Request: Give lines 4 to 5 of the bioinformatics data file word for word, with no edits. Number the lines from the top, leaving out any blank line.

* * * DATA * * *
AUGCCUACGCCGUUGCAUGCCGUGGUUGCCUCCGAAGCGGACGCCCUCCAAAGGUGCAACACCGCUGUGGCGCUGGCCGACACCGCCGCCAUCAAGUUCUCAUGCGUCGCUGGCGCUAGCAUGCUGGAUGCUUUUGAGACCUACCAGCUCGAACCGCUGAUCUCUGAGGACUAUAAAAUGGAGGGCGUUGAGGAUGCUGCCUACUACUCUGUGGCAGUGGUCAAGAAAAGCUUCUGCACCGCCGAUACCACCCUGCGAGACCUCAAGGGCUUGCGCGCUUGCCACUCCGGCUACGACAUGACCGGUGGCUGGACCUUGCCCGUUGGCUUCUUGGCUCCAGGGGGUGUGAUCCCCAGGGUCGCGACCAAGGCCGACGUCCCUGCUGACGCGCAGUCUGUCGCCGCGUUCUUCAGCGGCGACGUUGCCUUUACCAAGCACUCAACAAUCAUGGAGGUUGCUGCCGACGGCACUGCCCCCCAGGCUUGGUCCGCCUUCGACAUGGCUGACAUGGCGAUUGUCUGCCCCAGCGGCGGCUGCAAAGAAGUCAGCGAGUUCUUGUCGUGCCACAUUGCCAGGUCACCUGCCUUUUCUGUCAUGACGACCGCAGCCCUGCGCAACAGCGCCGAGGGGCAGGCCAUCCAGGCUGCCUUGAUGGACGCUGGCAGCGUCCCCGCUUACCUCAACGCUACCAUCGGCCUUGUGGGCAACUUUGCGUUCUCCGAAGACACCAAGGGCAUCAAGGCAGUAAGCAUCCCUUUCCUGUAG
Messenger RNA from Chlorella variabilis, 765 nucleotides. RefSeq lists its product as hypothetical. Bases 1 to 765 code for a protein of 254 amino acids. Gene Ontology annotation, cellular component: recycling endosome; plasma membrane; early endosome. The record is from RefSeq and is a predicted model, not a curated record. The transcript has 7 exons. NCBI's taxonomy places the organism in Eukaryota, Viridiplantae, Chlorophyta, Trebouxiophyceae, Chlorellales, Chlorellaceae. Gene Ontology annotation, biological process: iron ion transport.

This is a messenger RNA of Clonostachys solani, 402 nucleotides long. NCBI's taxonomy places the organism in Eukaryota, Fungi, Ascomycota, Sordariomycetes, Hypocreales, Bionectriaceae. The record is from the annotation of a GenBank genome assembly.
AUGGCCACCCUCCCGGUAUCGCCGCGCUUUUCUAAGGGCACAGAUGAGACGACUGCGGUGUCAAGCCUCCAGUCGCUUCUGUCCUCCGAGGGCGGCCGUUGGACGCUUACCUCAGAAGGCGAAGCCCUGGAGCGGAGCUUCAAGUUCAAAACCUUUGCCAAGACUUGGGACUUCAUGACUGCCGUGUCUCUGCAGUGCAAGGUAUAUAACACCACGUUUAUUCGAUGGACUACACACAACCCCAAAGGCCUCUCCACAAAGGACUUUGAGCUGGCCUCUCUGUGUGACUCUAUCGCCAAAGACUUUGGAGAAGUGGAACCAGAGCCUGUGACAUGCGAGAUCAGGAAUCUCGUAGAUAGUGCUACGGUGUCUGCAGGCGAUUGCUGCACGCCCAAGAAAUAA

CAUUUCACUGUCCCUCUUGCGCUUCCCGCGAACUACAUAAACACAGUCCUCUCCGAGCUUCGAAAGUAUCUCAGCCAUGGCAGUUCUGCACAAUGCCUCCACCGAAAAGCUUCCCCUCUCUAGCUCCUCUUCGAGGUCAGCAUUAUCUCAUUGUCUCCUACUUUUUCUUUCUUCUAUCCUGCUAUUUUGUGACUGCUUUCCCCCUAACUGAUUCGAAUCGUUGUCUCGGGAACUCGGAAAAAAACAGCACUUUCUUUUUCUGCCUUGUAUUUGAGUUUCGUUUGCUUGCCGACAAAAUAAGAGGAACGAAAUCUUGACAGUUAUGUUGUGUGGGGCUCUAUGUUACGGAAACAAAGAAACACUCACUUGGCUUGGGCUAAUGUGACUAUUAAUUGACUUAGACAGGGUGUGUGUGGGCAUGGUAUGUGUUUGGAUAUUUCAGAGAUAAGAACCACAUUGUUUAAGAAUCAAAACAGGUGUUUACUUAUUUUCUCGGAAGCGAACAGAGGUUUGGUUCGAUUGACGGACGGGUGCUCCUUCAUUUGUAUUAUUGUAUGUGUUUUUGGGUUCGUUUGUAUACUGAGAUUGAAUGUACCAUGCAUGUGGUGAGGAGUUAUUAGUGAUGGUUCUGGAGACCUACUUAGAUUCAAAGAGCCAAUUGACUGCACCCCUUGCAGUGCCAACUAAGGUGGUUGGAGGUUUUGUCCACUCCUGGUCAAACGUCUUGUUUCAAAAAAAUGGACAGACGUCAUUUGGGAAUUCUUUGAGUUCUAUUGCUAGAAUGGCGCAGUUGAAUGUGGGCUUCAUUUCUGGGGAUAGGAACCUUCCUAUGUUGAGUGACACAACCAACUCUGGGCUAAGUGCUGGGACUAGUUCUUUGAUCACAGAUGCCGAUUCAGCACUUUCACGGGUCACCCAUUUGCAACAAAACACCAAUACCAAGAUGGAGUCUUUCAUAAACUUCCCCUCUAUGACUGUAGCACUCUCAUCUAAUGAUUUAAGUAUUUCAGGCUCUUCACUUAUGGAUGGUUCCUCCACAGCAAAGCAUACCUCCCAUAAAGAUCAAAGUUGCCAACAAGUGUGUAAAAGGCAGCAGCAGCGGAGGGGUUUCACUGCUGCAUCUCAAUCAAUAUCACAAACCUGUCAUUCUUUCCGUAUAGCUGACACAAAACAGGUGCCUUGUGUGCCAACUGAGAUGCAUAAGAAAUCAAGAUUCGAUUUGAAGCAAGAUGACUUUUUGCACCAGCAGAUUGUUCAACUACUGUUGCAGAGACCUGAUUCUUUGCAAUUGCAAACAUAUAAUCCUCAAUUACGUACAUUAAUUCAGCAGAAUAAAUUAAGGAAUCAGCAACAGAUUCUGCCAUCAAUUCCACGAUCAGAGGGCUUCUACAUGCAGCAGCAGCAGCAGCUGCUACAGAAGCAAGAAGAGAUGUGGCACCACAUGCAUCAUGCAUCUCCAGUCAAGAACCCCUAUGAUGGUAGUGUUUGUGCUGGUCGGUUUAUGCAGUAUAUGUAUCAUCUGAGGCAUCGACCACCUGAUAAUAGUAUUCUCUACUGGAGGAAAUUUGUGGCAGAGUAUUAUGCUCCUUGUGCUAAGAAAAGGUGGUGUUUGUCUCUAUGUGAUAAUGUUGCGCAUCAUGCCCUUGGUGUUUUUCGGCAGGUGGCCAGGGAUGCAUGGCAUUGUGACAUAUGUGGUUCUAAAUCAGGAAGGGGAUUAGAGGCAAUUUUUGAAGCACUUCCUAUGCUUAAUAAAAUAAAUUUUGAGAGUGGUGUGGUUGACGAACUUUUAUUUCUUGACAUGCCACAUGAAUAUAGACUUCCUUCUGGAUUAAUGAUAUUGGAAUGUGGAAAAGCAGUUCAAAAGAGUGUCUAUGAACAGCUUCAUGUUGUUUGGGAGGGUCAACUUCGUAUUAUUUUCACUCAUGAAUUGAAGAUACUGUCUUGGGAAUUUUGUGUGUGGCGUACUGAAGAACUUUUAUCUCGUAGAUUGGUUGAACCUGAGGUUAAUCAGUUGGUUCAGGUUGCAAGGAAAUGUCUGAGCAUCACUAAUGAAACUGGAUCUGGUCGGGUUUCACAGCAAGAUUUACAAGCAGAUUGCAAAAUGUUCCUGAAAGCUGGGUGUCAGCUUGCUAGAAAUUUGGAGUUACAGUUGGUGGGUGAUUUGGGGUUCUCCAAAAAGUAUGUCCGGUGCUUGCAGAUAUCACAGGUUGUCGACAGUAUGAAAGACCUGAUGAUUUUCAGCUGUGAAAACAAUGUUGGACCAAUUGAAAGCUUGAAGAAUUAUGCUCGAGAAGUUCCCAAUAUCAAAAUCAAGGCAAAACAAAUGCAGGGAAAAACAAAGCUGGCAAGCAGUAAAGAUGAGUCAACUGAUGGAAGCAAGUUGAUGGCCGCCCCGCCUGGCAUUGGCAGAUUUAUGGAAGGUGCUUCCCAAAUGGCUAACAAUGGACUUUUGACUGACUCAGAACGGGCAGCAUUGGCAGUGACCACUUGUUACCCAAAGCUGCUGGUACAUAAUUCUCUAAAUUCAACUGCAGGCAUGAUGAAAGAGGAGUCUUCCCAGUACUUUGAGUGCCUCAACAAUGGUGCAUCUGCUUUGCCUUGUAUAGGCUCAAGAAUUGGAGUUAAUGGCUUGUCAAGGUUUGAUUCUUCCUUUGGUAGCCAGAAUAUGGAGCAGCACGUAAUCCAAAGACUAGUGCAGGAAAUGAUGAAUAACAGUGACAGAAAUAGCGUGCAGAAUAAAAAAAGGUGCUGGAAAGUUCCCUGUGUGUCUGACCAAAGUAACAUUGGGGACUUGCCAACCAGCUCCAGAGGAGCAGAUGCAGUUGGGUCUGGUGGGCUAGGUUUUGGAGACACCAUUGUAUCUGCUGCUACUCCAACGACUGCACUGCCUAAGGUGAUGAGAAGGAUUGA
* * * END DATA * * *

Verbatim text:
AUGGCCACCCUCCCGGUAUCGCCGCGCUUUUCUAAGGGCACAGAUGAGACGACUGCGGUGUCAAGCCUCCAGUCGCUUCUGUCCUCCGAGGGCGGCCGUUGGACGCUUACCUCAGAAGGCGAAGCCCUGGAGCGGAGCUUCAAGUUCAAAACCUUUGCCAAGACUUGGGACUUCAUGACUGCCGUGUCUCUGCAGUGCAAGGUAUAUAACACCACGUUUAUUCGAUGGACUACACACAACCCCAAAGGCCUCUCCACAAAGGACUUUGAGCUGGCCUCUCUGUGUGACUCUAUCGCCAAAGACUUUGGAGAAGUGGAACCAGAGCCUGUGACAUGCGAGAUCAGGAAUCUCGUAGAUAGUGCUACGGUGUCUGCAGGCGAUUGCUGCACGCCCAAGAAAUAA

CAUUUCACUGUCCCUCUUGCGCUUCCCGCGAACUACAUAAACACAGUCCUCUCCGAGCUUCGAAAGUAUCUCAGCCAUGGCAGUUCUGCACAAUGCCUCCACCGAAAAGCUUCCCCUCUCUAGCUCCUCUUCGAGGUCAGCAUUAUCUCAUUGUCUCCUACUUUUUCUUUCUUCUAUCCUGCUAUUUUGUGACUGCUUUCCCCCUAACUGAUUCGAAUCGUUGUCUCGGGAACUCGGAAAAAAACAGCACUUUCUUUUUCUGCCUUGUAUUUGAGUUUCGUUUGCUUGCCGACAAAAUAAGAGGAACGAAAUCUUGACAGUUAUGUUGUGUGGGGCUCUAUGUUACGGAAACAAAGAAACACUCACUUGGCUUGGGCUAAUGUGACUAUUAAUUGACUUAGACAGGGUGUGUGUGGGCAUGGUAUGUGUUUGGAUAUUUCAGAGAUAAGAACCACAUUGUUUAAGAAUCAAAACAGGUGUUUACUUAUUUUCUCGGAAGCGAACAGAGGUUUGGUUCGAUUGACGGACGGGUGCUCCUUCAUUUGUAUUAUUGUAUGUGUUUUUGGGUUCGUUUGUAUACUGAGAUUGAAUGUACCAUGCAUGUGGUGAGGAGUUAUUAGUGAUGGUUCUGGAGACCUACUUAGAUUCAAAGAGCCAAUUGACUGCACCCCUUGCAGUGCCAACUAAGGUGGUUGGAGGUUUUGUCCACUCCUGGUCAAACGUCUUGUUUCAAAAAAAUGGACAGACGUCAUUUGGGAAUUCUUUGAGUUCUAUUGCUAGAAUGGCGCAGUUGAAUGUGGGCUUCAUUUCUGGGGAUAGGAACCUUCCUAUGUUGAGUGACACAACCAACUCUGGGCUAAGUGCUGGGACUAGUUCUUUGAUCACAGAUGCCGAUUCAGCACUUUCACGGGUCACCCAUUUGCAACAAAACACCAAUACCAAGAUGGAGUCUUUCAUAAACUUCCCCUCUAUGACUGUAGCACUCUCAUCUAAUGAUUUAAGUAUUUCAGGCUCUUCACUUAUGGAUGGUUCCUCCACAGCAAAGCAUACCUCCCAUAAAGAUCAAAGUUGCCAACAAGUGUGUAAAAGGCAGCAGCAGCGGAGGGGUUUCACUGCUGCAUCUCAAUCAAUAUCACAAACCUGUCAUUCUUUCCGUAUAGCUGACACAAAACAGGUGCCUUGUGUGCCAACUGAGAUGCAUAAGAAAUCAAGAUUCGAUUUGAAGCAAGAUGACUUUUUGCACCAGCAGAUUGUUCAACUACUGUUGCAGAGACCUGAUUCUUUGCAAUUGCAAACAUAUAAUCCUCAAUUACGUACAUUAAUUCAGCAGAAUAAAUUAAGGAAUCAGCAACAGAUUCUGCCAUCAAUUCCACGAUCAGAGGGCUUCUACAUGCAGCAGCAGCAGCAGCUGCUACAGAAGCAAGAAGAGAUGUGGCACCACAUGCAUCAUGCAUCUCCAGUCAAGAACCCCUAUGAUGGUAGUGUUUGUGCUGGUCGGUUUAUGCAGUAUAUGUAUCAUCUGAGGCAUCGACCACCUGAUAAUAGUAUUCUCUACUGGAGGAAAUUUGUGGCAGAGUAUUAUGCUCCUUGUGCUAAGAAAAGGUGGUGUUUGUCUCUAUGUGAUAAUGUUGCGCAUCAUGCCCUUGGUGUUUUUCGGCAGGUGGCCAGGGAUGCAUGGCAUUGUGACAUAUGUGGUUCUAAAUCAGGAAGGGGAUUAGAGGCAAUUUUUGAAGCACUUCCUAUGCUUAAUAAAAUAAAUUUUGAGAGUGGUGUGGUUGACGAACUUUUAUUUCUUGACAUGCCACAUGAAUAUAGACUUCCUUCUGGAUUAAUGAUAUUGGAAUGUGGAAAAGCAGUUCAAAAGAGUGUCUAUGAACAGCUUCAUGUUGUUUGGGAGGGUCAACUUCGUAUUAUUUUCACUCAUGAAUUGAAGAUACUGUCUUGGGAAUUUUGUGUGUGGCGUACUGAAGAACUUUUAUCUCGUAGAUUGGUUGAACCUGAGGUUAAUCAGUUGGUUCAGGUUGCAAGGAAAUGUCUGAGCAUCACUAAUGAAACUGGAUCUGGUCGGGUUUCACAGCAAGAUUUACAAGCAGAUUGCAAAAUGUUCCUGAAAGCUGGGUGUCAGCUUGCUAGAAAUUUGGAGUUACAGUUGGUGGGUGAUUUGGGGUUCUCCAAAAAGUAUGUCCGGUGCUUGCAGAUAUCACAGGUUGUCGACAGUAUGAAAGACCUGAUGAUUUUCAGCUGUGAAAACAAUGUUGGACCAAUUGAAAGCUUGAAGAAUUAUGCUCGAGAAGUUCCCAAUAUCAAAAUCAAGGCAAAACAAAUGCAGGGAAAAACAAAGCUGGCAAGCAGUAAAGAUGAGUCAACUGAUGGAAGCAAGUUGAUGGCCGCCCCGCCUGGCAUUGGCAGAUUUAUGGAAGGUGCUUCCCAAAUGGCUAACAAUGGACUUUUGACUGACUCAGAACGGGCAGCAUUGGCAGUGACCACUUGUUACCCAAAGCUGCUGGUACAUAAUUCUCUAAAUUCAACUGCAGGCAUGAUGAAAGAGGAGUCUUCCCAGUACUUUGAGUGCCUCAACAAUGGUGCAUCUGCUUUGCCUUGUAUAGGCUCAAGAAUUGGAGUUAAUGGCUUGUCAAGGUUUGAUUCUUCCUUUGGUAGCCAGAAUAUGGAGCAGCACGUAAUCCAAAGACUAGUGCAGGAAAUGAUGAAUAACAGUGACAGAAAUAGCGUGCAGAAUAAAAAAAGGUGCUGGAAAGUUCCCUGUGUGUCUGACCAAAGUAACAUUGGGGACUUGCCAACCAGCUCCAGAGGAGCAGAUGCAGUUGGGUCUGGUGGGCUAGGUUUUGGAGACACCAUUGUAUCUGCUGCUACUCCAACGACUGCACUGCCUAAGGUGAUGAGAAGGAUUGA